Waiting For People Who Arrive Late

©2007 Steven M Smith

What does it say about the participants of a weekly meeting when the meeting consistently starts 5-10 minutes behind schedule?

Answer, the participants are cooperating with each other to start late.

Starting late is the status quo.

Let’s explore:

  1. Are you cooperating with the participants of your meetings
    to start late?
  2. How do you feel about that?
  3. How do you feel about feeling that way?

Let me share how I would have answered the questions in 1990:

  1. Yes, I have cooperated with others to start late
  2. I feel powerless to change the status quo
  3. I feel angry about feeling powerless

I have never liked feeling angry. But I felt powerless to change the status quo so what could I do about the situation?

I had more power than I first thought. I took a deep breath. I decided to arrive before the scheduled start time. I encouraged other participants to arrive early. I worked to become a meeting leader; and, when I became a leader, I demanded that people arrive on time.

Arriving early and encouraging other participants was successful at bringing more people into the room before the scheduled start time. Becoming a meeting leader and demanding that meetings start on time was a failure.

Despite my embarrassment, let me share just five of the many interventions I tried as a meeting leader to cause meetings to start on time:

  • Rescheduling the meeting to a start time all participants agreed
    would work
  • Contracting with the participants to arrive on schedule
  • Locking the door to the room at the scheduled start time
  • Cancelling meetings when an agreed upon quorum wasn’t present
  • Publishing the names of the late arrivers in the meeting minutes

After gaining feedback from these interventions, I realized that successfully starting the meeting with all of the participants required the cooperation of, surprise, all the participants. The decision about whether we started on time was theirs to make.

Rather than fighting the status quo, I thought, “Why not make the status quo visible so every participant can decide for themselves whether it is acceptable?”

So Agenda Item #1 for all my meetings became Wait for people who arrive late. All the agenda items in my agenda have durations. I assign the duration for item #1 as the difference between the actual start time and scheduled start time of the previous meeting.

The agenda item looks like following:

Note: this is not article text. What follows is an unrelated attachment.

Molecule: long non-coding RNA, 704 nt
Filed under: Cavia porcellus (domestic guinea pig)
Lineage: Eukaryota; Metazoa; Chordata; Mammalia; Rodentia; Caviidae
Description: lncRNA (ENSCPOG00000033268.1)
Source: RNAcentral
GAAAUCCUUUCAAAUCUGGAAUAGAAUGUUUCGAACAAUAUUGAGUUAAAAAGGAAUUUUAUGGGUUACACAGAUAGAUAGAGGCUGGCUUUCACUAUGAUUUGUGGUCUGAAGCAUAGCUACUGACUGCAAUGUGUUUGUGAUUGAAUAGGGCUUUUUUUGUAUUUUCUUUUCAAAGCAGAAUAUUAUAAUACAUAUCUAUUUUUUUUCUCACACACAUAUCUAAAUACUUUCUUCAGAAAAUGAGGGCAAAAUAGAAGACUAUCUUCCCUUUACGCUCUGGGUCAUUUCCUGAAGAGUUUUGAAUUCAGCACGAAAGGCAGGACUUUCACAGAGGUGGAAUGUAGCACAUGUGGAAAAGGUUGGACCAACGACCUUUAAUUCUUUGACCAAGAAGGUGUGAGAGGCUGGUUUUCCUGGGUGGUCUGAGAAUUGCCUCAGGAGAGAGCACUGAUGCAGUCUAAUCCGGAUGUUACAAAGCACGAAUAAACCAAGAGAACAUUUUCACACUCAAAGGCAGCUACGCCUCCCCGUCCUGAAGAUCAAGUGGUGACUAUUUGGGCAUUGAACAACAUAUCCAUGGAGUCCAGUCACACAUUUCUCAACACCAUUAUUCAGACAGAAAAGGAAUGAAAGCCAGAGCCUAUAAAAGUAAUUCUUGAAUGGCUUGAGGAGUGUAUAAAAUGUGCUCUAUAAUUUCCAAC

#1. Wait for people who arrive late. 10 minutes

Regardless of why the status quo existed, its existence is out there for everyone to see.

What happened?

Reactions varied: Some participants didn’t react to the agenda item. They seemed to think it signaled nothing. Some participants commented that they thought the agenda item started the meeting out on a sour note and wanted it eliminated. And some participants thought starting late was unacceptable and they wanted to do something about it.

It’s easy to sense which reaction creates an opportunity to change the status quo.

Agenda Item #1 offers the opportunity for people to choose whether they want to continue the status quo or start changing it. I wish I could tell you agenda item #1 always triggered a change that caused a meeting I led to start on time. It didn’t. It does, however, always offer an opportunity for the participants to choose again. And sometime that’s all that’s need to trigger the change process that creates a new, more effective status quo.

You may be wondering, Does starting meetings on time truly matter? I believe it does. If people are the organs of an organization, then meetings are the organization’s lifeblood. These gatherings are where people come to define, solve and status problems. The more healthy a meeting, the more healthy the organization. And, conversely, the sicker the meetings, the sicker the organization.

If the people who participate in a meeting can’t cooperate to start their meeting on time, what chance is there they will cooperate to start a project on time? I you were a member of a relay team running a race against another team, would you agree that everyone on the team can arrive for the race whenever it fits for them?

The same people who participate in meeting are the same people who are responsible for the tasks in a project. A meeting is nothing but the simplest of projects. My experience is that attitudes of participants at meetings mirror their attitudes to their task work and the project as a whole. How could they not?

How healthy are your meetings? If they are sick, gaining cooperation about starting on time and actually starting on time will make them healthier. It’s not easy to change the status quo, but it can be changed.

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